December 21, 2017 - Mountain Area Land Trust (MALT) is pleased to announce the closing of a Conservation Easement on two parcels with the same landowner:  196 acres Park County, east of Hartsel and 20 acres in El Paso County.  The properties contain grasslands and ponderosa pine woodlands that provide food, shelter, breeding grounds, and migration corridors for numerous wildlife species.  Serving as summer range for elk, mule deer, and pronghorn, both parcels are also summer concentration areas for black bear. 

The Park County 196 acre parcel is mapped by the Colorado Natural Heritage Program as potential breeding habitat for mountain plover, a near threatened species that is most in danger of extinction without significant conservation action.  Protection of this land provides a habitat bridge between Pike National Forest to the east and James Mark Jones State Wildlife Area to the west.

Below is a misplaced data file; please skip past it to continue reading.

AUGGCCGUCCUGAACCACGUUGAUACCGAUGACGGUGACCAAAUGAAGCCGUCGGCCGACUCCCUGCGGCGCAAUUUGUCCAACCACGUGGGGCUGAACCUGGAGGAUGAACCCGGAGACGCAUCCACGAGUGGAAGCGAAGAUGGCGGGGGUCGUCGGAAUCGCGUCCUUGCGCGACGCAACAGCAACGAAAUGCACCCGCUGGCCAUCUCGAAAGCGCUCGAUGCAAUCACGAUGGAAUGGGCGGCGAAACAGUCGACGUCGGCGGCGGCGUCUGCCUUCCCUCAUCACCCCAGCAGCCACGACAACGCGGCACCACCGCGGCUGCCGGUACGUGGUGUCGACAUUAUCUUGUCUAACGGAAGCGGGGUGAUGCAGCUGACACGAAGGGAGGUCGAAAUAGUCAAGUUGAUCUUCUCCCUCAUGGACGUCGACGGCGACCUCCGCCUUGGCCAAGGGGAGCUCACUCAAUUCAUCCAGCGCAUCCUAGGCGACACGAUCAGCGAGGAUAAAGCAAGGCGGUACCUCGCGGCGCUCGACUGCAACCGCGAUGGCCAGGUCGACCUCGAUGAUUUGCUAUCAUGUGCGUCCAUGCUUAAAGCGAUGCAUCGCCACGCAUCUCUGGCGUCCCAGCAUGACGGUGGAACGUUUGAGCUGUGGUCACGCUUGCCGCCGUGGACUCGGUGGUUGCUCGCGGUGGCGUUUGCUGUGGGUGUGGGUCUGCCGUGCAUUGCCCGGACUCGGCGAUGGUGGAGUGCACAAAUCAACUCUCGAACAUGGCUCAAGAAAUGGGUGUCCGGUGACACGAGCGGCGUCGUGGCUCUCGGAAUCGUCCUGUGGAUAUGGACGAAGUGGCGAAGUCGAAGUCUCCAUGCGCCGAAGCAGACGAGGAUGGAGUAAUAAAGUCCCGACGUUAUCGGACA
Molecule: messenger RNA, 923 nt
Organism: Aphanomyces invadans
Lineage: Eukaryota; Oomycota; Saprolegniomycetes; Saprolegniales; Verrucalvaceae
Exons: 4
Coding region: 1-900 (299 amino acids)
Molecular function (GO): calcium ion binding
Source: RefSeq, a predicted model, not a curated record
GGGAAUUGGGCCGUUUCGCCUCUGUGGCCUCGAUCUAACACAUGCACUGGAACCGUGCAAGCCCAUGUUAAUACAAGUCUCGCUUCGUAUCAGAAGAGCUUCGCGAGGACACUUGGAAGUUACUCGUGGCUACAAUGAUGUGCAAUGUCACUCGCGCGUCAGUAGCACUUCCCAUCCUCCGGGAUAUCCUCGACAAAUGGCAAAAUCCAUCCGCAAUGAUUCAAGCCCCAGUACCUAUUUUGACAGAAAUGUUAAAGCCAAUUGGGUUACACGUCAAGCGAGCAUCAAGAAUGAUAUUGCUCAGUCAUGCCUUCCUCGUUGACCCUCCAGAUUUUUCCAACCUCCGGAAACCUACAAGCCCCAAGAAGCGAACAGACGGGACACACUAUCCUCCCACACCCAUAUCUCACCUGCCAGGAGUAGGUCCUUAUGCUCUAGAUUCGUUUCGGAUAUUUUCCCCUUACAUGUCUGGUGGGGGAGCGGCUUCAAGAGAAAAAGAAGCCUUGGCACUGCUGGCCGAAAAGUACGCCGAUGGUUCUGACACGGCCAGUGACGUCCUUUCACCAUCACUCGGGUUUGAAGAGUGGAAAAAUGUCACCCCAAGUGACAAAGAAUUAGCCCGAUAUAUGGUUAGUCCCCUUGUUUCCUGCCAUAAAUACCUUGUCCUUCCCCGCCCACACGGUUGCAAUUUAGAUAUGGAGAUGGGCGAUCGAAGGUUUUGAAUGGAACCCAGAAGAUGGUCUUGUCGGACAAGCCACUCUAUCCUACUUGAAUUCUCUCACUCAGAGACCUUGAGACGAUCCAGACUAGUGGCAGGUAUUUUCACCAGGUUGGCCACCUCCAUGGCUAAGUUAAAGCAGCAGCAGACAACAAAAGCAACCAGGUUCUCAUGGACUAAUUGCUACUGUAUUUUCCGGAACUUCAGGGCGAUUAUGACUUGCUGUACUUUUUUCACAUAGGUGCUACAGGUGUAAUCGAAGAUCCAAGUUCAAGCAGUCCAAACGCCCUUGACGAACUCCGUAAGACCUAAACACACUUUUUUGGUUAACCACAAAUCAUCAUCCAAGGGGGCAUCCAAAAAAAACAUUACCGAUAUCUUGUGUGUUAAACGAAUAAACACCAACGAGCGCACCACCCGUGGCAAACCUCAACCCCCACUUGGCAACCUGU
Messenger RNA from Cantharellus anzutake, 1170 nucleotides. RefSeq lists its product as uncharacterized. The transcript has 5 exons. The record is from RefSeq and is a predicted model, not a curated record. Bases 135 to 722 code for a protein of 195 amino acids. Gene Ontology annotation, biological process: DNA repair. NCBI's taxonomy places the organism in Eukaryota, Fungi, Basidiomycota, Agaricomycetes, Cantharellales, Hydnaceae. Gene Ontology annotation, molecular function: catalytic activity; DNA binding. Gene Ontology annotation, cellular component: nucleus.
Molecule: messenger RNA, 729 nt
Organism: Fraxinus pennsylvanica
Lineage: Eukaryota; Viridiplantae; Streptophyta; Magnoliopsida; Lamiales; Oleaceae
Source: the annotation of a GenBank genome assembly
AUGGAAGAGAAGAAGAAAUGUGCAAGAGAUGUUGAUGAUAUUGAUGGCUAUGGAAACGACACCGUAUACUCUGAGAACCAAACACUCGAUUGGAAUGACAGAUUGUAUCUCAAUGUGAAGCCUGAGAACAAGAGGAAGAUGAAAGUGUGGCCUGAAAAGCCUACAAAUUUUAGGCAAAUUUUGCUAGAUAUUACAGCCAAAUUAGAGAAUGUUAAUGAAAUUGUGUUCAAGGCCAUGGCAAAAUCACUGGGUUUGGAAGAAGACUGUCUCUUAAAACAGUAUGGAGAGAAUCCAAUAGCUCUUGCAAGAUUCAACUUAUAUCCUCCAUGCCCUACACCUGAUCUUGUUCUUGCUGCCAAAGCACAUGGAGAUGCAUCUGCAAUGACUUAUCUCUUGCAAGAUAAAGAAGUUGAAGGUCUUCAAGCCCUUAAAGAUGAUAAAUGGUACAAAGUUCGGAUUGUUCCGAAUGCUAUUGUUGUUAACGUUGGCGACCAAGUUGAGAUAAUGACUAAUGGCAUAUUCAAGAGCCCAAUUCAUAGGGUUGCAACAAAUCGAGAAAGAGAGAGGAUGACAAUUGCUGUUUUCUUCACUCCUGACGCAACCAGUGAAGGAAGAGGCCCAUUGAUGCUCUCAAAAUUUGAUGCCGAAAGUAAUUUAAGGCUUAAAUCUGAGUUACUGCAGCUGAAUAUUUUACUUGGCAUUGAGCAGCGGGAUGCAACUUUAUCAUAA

MALT Announces the Conservation of 485 Acres in Park County!
December 21, 2017 -  Mountain Area Land Trust (MALT) is pleased to announce the closing of a Conservation Easement on 485 acres in Park County off Highway 285 near the town of Jefferson.  A tributary to Michigan Creek and an extremely rich and rare fen are dominant features of the ranch landscape.  Fens are peat-forming wetlands and are created when wetland plants die creating mats of dead and decaying plant matter.  For this reason fens support a diverse plant and animal community.  In southern Colorado, it takes about 2,000 years to accumulate 8 inches of peat at a fen, suggesting that most fens are 4,000 to 10,000 years old. (Source: USDA Forest Service - Rocky Mountain Region)

Restricting future development on the property ensures the iconic views of the mountains to the west.  The property is also an important wildlife corridor for pronghorn and elk herds.  Recent observations by the landowner and neighbors have documented approximately 800 head of elk grazing the property in the winter and early spring.  In addition, the ranch supports moose, bear, mountain lion, mule deer, and wild turkey, all of which prefer large areas with low levels of human occupation.

MALT Receives Largest Gift in Organization’s History